.The official Csa2 (comp.sys.apple2) Usenet newsgroup Apple II FAQs
  originate from the II Computing Apple II site,1997-2017.
  Csa2 FAQs text file ref. Csa2T1TCOM.txt  rev225 December 2016

  Telecom-1 Hardware & Transfers
.      ......

 001- How do I transfer files between my Apple and a PC or Mac?
 002- How do I transfer/convert my A2 word processor files to a PC?
 003- How do I use ADT and Ap2222pc to transfer disks between A2 and PC?
 004- How do I transfer files between computers using NULL modem?
 005- How do I NULL-modem Text files without getting garbage?
 006- How do I make a "NULL Modem" cable?
 007- What is the maximum length for a NULL modem connection?
 008- What are the connections for a standard modem cable?
 009- How do I make a GS hardware handshake High-Speed modem cable?
 010- What is the maximum modemming speed I can get from my Apple II?
 011- What telecom programs run on Apple II computers?
 012- Where can I get ADT, ADTgs, Agate, Modem MGR, Spectrum, ...?
 013- What are the settings for the Apple Super Serial Card?
 014- What are the Serial Pro card's dip switch settings?
 015- What are the settings for an Apple Serial Interface Card?
 016- What cable can I use to do NULL modem transfers with my IIc?
 017- What cable(s) can I use to connect a modem to my IIc?
 018- How can I connect a modem with a Dsub-9 socket to my IIgs?
 019- How can I program the Super Serial Card in assembly language?
 020- How do I setup Hyperterm to do transfers with my Apple II?
 021- How do I get an Applesoft program into a PC-DOS computer?
 022- I want to use a faxmodem with my IIgs. Is this possible?
 023- Can I do modem-to-modem transfers between my home computers?
 024- What cable can I use to do Apple IIc <---> PC ADT transfers?
 025- Where can I buy modem cables and NULL modem adapters?

From: Rubywand

001- How do I transfer files between my Apple and a PC or Mac?

     The best, most flak-free way to move stuff between your Apple II and PC or
Mac is via a standard NULL modem transfer. (A typical NULL modem connection
joins a serial port of the Apple II to a serial port of a PC, Mac, etc. via a NULL
modem connector joining modem cables from each computer.) .The usual way to
get the most out of this connection is to have a telecom program on the Apple II
talking to a telecom program on the PC or Mac. For more information on standard
NULL modem transfers see Q&A 004 below.

     A variation of the standard NULL modem setup is a software package plus
cable specifically designed for transferring files between computers. For information
on such a package, see Q&A 002 below.

     Other ways of doing a direct PC-Apple II transfer include ADT and Ap2222;
and, for Mac-Apple II transfers, there is MacADT. These software packages
include programs for both computers-- e.g. Apple II and PC-- which let the user
do transfers via serial ports (ADT) or game port and printer port (Ap2222pc).
 They are, mainly, intended for moving whole A2 5.25" disks. For more
information, see Q&A 003 below.

     Another option is to use a BBS-- perhaps your own company BBS-- or an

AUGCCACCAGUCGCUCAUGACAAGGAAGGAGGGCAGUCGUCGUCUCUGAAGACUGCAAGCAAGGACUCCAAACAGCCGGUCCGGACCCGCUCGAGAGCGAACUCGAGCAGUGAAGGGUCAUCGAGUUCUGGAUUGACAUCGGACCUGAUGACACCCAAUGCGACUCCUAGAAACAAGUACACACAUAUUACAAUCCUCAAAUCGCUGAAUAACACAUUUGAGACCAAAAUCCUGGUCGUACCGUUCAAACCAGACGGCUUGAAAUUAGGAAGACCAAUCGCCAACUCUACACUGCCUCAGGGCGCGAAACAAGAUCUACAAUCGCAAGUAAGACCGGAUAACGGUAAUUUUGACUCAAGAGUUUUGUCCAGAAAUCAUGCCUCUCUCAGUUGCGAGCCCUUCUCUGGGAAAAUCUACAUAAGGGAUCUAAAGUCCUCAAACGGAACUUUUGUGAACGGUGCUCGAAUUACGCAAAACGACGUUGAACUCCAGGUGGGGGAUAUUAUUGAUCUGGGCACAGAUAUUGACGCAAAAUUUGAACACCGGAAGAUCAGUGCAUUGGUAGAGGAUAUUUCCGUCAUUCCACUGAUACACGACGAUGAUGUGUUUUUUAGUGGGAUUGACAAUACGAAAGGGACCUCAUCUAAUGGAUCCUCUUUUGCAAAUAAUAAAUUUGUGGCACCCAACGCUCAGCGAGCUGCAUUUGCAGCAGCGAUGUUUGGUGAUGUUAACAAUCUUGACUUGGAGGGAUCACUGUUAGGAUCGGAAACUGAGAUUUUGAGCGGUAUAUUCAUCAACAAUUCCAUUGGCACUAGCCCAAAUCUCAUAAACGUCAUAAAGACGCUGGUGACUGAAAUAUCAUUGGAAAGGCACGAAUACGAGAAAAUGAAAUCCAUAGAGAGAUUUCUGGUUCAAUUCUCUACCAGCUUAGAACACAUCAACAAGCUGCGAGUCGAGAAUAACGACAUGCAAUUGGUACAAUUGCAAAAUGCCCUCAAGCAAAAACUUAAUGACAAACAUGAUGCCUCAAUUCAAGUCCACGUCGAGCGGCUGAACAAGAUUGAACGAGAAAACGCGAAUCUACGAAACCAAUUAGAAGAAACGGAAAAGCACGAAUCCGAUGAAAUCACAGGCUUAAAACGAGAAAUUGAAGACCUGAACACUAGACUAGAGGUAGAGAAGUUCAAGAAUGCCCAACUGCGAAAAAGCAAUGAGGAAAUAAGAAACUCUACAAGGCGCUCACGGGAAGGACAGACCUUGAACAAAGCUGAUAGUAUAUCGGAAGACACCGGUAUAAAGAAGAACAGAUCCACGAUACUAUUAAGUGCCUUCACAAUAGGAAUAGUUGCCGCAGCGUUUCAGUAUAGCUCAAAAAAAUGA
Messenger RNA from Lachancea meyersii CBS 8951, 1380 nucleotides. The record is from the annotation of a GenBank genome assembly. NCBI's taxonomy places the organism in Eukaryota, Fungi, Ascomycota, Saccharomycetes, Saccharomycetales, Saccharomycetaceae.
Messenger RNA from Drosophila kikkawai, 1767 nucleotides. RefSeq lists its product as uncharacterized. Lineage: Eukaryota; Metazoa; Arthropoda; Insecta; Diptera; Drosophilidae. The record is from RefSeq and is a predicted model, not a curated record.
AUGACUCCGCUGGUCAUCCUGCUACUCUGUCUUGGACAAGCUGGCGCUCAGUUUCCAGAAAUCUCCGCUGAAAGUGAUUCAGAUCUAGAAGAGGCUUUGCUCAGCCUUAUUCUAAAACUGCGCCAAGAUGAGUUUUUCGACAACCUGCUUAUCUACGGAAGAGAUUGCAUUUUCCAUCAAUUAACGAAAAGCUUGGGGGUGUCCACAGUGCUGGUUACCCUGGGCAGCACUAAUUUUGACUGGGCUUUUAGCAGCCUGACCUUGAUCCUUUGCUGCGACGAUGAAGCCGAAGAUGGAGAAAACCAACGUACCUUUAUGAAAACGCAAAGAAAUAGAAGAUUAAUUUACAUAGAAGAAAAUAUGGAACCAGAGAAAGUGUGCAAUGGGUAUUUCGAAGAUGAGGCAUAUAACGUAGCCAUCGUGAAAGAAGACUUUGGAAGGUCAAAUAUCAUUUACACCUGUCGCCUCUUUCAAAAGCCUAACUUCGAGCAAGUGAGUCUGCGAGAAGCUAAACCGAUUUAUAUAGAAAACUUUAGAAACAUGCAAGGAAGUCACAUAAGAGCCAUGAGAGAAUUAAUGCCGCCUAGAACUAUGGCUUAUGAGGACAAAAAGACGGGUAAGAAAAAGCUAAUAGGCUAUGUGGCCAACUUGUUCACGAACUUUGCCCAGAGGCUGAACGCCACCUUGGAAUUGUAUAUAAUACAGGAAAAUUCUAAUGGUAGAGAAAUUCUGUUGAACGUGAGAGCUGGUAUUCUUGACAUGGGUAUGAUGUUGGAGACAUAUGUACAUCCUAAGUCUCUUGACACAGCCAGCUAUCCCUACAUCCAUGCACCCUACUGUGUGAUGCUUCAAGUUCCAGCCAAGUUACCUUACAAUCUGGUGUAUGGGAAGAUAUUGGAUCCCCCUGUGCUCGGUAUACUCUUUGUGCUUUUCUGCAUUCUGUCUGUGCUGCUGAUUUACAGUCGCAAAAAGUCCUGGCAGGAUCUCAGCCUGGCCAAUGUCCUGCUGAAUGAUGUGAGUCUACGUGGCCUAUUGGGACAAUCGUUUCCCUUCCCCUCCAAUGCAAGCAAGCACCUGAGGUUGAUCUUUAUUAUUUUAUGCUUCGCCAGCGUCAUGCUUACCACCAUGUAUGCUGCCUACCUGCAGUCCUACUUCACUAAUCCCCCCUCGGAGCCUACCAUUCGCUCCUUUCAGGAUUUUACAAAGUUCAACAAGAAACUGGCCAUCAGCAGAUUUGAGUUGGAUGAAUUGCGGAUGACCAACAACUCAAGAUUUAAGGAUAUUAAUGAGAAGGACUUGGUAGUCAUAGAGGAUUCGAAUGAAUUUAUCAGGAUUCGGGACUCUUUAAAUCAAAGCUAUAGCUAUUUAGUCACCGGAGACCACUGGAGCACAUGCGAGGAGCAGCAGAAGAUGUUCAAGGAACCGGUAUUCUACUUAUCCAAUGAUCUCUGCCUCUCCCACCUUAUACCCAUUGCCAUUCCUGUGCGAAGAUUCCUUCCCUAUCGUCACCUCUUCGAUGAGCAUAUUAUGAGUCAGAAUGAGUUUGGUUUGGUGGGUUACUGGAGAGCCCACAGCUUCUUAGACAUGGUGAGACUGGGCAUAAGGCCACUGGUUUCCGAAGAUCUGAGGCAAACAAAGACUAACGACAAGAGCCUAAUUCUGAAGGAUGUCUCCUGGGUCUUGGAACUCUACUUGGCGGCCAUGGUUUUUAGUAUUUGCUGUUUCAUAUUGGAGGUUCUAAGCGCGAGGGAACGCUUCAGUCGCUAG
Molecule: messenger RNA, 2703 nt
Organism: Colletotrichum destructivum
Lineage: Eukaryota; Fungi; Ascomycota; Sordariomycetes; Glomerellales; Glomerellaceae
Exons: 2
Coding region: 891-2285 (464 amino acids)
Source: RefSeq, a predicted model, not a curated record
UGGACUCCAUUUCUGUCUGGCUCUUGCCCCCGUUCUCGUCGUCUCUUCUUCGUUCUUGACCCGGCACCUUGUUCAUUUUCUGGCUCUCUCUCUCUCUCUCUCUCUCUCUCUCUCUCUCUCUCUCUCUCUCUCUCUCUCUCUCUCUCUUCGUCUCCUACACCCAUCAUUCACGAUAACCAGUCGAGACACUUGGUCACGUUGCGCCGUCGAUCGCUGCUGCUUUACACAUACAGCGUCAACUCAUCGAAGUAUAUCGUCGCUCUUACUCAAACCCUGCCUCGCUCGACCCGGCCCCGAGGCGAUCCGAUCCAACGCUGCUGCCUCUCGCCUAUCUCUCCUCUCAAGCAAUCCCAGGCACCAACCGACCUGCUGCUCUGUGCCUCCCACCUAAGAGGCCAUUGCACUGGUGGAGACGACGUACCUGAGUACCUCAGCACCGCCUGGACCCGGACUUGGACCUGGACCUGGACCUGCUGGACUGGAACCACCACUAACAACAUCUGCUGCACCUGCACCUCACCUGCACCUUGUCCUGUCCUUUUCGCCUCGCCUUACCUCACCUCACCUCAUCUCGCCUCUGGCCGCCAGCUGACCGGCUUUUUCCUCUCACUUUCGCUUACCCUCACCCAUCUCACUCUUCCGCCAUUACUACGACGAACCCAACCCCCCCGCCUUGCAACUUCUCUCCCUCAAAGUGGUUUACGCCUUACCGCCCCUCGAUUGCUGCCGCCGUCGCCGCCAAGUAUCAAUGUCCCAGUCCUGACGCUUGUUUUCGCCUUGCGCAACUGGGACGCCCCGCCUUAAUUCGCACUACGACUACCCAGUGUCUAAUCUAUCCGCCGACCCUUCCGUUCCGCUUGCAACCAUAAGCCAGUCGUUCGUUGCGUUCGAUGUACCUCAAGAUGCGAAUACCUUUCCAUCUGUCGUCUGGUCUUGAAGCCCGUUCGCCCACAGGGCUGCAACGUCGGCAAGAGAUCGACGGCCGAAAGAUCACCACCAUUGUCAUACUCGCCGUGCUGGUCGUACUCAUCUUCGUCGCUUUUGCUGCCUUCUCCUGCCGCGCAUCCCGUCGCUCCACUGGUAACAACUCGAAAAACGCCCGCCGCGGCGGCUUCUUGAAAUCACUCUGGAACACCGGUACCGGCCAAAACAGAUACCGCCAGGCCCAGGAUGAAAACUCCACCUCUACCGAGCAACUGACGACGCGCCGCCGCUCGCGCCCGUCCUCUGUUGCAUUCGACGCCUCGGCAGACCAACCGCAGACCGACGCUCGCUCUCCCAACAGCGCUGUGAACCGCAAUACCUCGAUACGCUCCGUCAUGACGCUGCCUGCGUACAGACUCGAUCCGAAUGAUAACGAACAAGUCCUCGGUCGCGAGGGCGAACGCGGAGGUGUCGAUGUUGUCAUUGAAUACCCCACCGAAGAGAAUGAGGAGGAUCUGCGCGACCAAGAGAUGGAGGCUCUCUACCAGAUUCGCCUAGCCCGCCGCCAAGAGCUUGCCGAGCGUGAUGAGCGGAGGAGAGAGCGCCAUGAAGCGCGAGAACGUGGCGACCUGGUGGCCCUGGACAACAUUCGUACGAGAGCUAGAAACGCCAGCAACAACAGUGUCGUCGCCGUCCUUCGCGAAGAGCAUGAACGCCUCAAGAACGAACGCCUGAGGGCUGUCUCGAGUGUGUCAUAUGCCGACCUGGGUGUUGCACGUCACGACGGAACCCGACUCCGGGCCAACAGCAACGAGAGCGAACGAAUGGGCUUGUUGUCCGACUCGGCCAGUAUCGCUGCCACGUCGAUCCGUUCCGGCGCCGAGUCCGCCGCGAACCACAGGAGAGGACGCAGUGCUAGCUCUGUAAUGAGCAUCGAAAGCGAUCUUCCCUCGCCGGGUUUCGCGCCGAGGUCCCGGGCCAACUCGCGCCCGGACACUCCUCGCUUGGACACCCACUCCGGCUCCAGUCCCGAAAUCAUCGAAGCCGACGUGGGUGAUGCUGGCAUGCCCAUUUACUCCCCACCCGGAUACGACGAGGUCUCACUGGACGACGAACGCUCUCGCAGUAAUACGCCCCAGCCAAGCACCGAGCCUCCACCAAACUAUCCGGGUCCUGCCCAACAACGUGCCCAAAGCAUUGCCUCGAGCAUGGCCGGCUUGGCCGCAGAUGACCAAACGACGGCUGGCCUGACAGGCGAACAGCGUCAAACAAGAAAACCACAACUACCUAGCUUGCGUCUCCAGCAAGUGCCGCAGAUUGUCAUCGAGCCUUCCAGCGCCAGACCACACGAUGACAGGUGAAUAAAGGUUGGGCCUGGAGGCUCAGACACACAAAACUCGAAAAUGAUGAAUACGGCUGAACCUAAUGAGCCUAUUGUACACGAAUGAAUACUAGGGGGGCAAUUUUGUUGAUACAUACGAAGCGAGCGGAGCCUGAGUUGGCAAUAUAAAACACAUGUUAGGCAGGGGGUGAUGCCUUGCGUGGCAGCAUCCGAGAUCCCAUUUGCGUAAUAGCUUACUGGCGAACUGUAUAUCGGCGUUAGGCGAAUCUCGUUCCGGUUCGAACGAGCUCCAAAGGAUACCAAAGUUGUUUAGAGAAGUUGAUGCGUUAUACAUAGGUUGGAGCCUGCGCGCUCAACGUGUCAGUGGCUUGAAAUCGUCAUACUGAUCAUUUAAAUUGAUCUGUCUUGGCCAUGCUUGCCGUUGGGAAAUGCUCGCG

internet website, ftp site, etc.. You upload from one machine and download with
the other. For more information about uploading and downloading, see the
Telecom-2 FAQs.

     A completely different approach is to move files on diskette. For PC transfers,
this normally requires that either the Apple II or the PC have a plug-in card
and disk drive which lets it read diskettes from the other machine. For example,
an Apple II could have a PC Transporter board with a PC drive connected; or, the
PC could have a TrackStar board with an Apple II drive connected. For more about
TrackStar, see relevant information in Main Hall.

     Depending upon model, installed OS, and available utilities, Macs can exchange
files with Apple II computers via ProDOS and HFS 3.5" diskettes. Macs with the
A2 plug-in board can handle standard 5.25" A2 diskettes.

     A modified version of the above approach is for PC users to employ a utility
which allows writing to HFS diskettes.

     Files can also be exchanged with PC's and Mac's using Zip disks. (See


From: Supertimer and Rubywand

     If your other computer is a Mac, you can format a Mac HFS (standard) DS/DD
3.5" disk and the GS can read and write it if you have the HFS FST installed.
That's how I exchange files with a Mac.

     On a PC, you can install a program called MacDrive 98. This program allows
Windows 95 to read, write, and format HFS volumes.

     To transfer files from HFS media to ProDOS disk on the IIe, IIc, or IIc+ you can
use A2fx or HfsLink. The IIe, etc. must have an 800k 3.5" drive connected to access
800k HFS diskettes.  This method would also work for IIgs's which can not run a
version of System supporting the HFS FST.


From: Ruud

     For Mac users, if the file arrives in a .zip or .sit form, it's easier to work with
because it's 'protected' from being altered by the Mac file system (i.e having a
resource fork added). An .shk file isn't protected since that is a native A2 format.

     Then it's a matter of getting the file onto a Mac with an old-style disk drive,
mostly the ones that 'suck your disk in' by themselves, but some later ones -- mainly
in 68k machines, Powerbooks seem particularly good - work as well. Powermac
drives are not reliable, while a 68k Powerbook or SE/30 works fine.